“300 years ago, before the arrival of industrial fishing, the ocean was full of life … and now, it’s like a shadow of itself,” says the narrator at the beginning of the trailer for CAUGHT — a new documentary by Age of Union, which reveals the critical impacts of dangerous fishing methods and dolphin bycatch off the coast of France.

The film offers a raw, unfiltered look at boots-on-the-ground activism by the M/Y Age of Union Sea Shepherd crew and pinpoints the potential catastrophic ripple effects of overfishing, jeopardizing sustainability for all life on earth in the foreseeable future.

On July 27, the Faculty of Environment hosted a special screening of the documentary CAUGHT, to continue shedding light on this critical issue and discuss solutions that would allow us to protect and restore critically threatened oceans before it’s too late.

“The screening was an opportunity to bring people from across our diverse communities together to explore the shocking consequences of overfishing,” says Dr. Sarah Burch, professor in the Faculty of Environment and executive director of the Waterloo Climate Institute. “We must know the depth of this issue so that we can work together to address it.”
Outside the Eglinton Grand Theatre. Marquee letters read U of Waterloo features CAUGHT July 27 2023.
Part of the 2022 Wildscreen Festival's official selection, the screening was followed by a discussion moderated by Dr. Burch with film contributors Dax Dasilva, founder of Age of Union, and Will Allen, cinematographer and photographer, who responded to questions about combating climate change and influencing a societal cultural shift towards sustainability.

“People are land locked and the ocean is out of sight and out of mind. We want to bring people to the ocean to be aware of the impact,” said Allen.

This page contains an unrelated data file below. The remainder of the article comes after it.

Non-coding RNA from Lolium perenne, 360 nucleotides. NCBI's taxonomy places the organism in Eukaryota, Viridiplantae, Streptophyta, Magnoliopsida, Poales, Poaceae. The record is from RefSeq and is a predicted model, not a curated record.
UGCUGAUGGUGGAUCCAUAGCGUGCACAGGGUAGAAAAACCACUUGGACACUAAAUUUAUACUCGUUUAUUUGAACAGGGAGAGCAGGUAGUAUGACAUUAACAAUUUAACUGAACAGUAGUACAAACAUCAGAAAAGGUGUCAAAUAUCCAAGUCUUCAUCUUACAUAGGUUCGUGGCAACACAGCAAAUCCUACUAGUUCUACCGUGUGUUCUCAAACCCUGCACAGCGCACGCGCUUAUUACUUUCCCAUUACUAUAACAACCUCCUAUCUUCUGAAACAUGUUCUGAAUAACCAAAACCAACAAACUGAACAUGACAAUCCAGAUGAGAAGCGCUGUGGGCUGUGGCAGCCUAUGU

Dasilva and Allen encouraged audience members to reflect on their consumption habits, where they suggested choosing more plant-based alternatives while recognizing that the major changes come from government action, driven by public demand.
“All individual actions taken are like water droplets forming a puddle,” said Allen. "With enough droplets, we can create a tidal wave of change."
For Allen and Dasilva, working on meaningful projects and documentaries, like CAUGHT, is all about exposing the world to some of the biggest challenges our planet and humanity face today. “If people care, then governments will care. Sadly, dolphins don’t get to vote,” said Dasilva.
Although the film shares the urgent need for policy changes and a shift in consumer behavior, Dasilva stressed that “we don’t only need to see losses, we can see wins.
Since the film’s release, the French court has ordered the government to review and change laws regarding commercial fishing practices a very encouraging step in the right direction.

“The only thing that really clenches the deal on the future being dark is us deciding that’s true," said Burch, as she wrapped up the evening encouraging folks to not give into apathy.

To conclude the evening, Bruce Frayne, the dean of the Faculty of Environment and emcee for the event, challenged our community to continue to be change makers and focus on the future we want. “What you do today in the present controls the future. Our community has benefited from experiencing rich education, research, and Waterloo’s entrepreneurial culture, we, together can make change.”

Bruce Frayne, dean of Environment, addressing the attendees at the CAUGHT screening.

After the screening, attendees were eager to discuss the film with each other, Age of Union film contributors and Waterloo faculty members. For many alumni attendees, this was their first Waterloo community event. For others, it was a welcome reminder to re-engage with the institution they love. 

Advancing sustainable futures for the world is a complex problem. Weighing climate change and sustainability with societal needs and inequities is no simple task. However, as part of the University’s Environmental Sustainability Strategy, Waterloo strives to be a leader in sustainability education and research. We build on this strength by partnering with organizations like Age of Union to help drive society towards a sustainable future.